I admitted to her that I was presently overwhelmed by my good luck that day, and quickly recapped my smooth trip there – including having just landed this courtside seat. She added, “Well, it’s only going to get better from here on out. Wait until you see the incredible seafood buffet the TVS Network crew has waiting for members of the press after the game in the Astrodome Club skybox.”

UCLA and Houston had the two best big men in the country in the Bruins’ 7’2” center Lew Alcindor (later known as Kareem Abdul-Jabbar) and the Cougars’ brilliant Elvin Hayes. UCLA featured other stars like guards Lucius Allen and Mike Warren, as well as their sharp-shooting forward Lynn Shackelford. Besides Hayes, Houston also had All-American guard Don Chaney and their ever-reliable inside big man Ken Spain.

I realized that the big game had suddenly become secondary to my good fortune in just getting there, but this was nevertheless a great matchup of perennial power UCLA and the quickly emerging program of the University of Houston, which had its own goal of winning a national championship. The two top-ranked teams featured loaded rosters with players that would one day go on to have legendary careers in the NBA.

The game was being played before a record crowd of 55,000 fans but had been somewhat tarnished by a serious eye injury suffered by Alcindor in the Bruins’ previous game. He had worn an eye patch all week right up until game time.

The matchup turned out to be a real nail-biter and came down to a last-second finish when the Cougars’ Hayes sank two free throws to give Houston a 71-69 lead. With one possession remaining, UCLA’s All-American Warren uncharacteristically deflected a pass meant for a wide-open Shackelford, who was a deadly shooter from the corner.

The game that day ended in bedlam with the Houston crowd making so much noise that it seemed the Dome’s glass rooftop might shatter.

The Cougars had also ended the 47-game winning streak of UCLA but would eventually face them again in the national semifinals with a fully recovered Alcindor. In that game, the Bruins took their revenge in a 101-69 drubbing of the Coogs on their way to winning yet another national championship.

But this January day belonged to the Houston Cougars.

That nationally televised game would change the way college basketball was perceived by the entire sports world—and helped elevate the sport to a new level, while opening the door for the wildly popular “March Madness” tournament. The major networks took note of the huge audience the game had drawn and began televising more college games in coming years.

As for me, I was able to write the game story for my campus newspaper which was filled with plenty of game details and statistics. But I knew even then as I was writing it, that for me, the game wasn’t the real story that day. It was rather about my own magical sequence of events that had gotten me there, as it seemed the stars had aligned perfectly, and everything had fallen flawlessly into place.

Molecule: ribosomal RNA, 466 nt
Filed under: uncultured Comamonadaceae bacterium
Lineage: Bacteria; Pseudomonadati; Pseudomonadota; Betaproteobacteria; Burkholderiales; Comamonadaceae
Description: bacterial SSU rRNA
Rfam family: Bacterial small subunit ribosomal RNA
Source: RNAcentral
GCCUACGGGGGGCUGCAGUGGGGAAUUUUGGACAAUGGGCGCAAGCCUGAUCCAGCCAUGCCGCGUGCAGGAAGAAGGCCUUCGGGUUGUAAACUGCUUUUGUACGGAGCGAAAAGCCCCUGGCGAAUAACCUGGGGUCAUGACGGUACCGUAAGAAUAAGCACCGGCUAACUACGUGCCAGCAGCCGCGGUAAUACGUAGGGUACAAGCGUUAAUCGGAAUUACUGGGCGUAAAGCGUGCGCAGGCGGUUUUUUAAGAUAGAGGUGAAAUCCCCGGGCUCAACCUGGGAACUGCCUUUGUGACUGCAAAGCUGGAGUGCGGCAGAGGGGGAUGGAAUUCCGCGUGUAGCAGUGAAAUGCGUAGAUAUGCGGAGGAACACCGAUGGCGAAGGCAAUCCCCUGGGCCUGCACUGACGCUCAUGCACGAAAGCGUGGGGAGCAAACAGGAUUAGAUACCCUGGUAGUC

To cap off our day, Helen and I enjoyed the delicious shrimp and lobster feast in the Astrodome’s media clubhouse, and she toasted my day of good fortune as we remembered the old proverb: “It is not always about the destination; it’s often about the journey.”



Bob Vickrey is a writer whose columns have appeared in several Southwestern newspapers including the Houston Chronicle. He is a member of the Board of Contributors for the Waco Tribune-Herald, and was cited by the California Newspaper Publishing Association for column writing awards in 2016 and 2017. He lives in Pacific Palisades, California.

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5 Responses to Accidental Journalist Covers Game of the Century

  1. Paula H Deats says:

    Bob is another asset we don’t deserve (of so many here). Thank you for printing him.

  2. howard Yonet says:


  3. Lee Calvert says:

    Sue, congrats on telling parents what they need to hear hopefully, it will help and really enjoyed the Bob Vickery story….. you are appreciated…. Lee

  4. Sharon Smiley says:

    Wonderful story. So good to be reminded everything changes on a dime and to never give up! Thanks Bob! Thanks for printing his stories. Always fun to read.

  5. Diane Waingrow says:

    So often I find myself slogging through the difficult but important articles on homeless and crime in CTN – but then I relax into one of Bob’s stories and this was a really good one! Don’t we all wish we had more of those magical days? Thanks for writing this, Bob!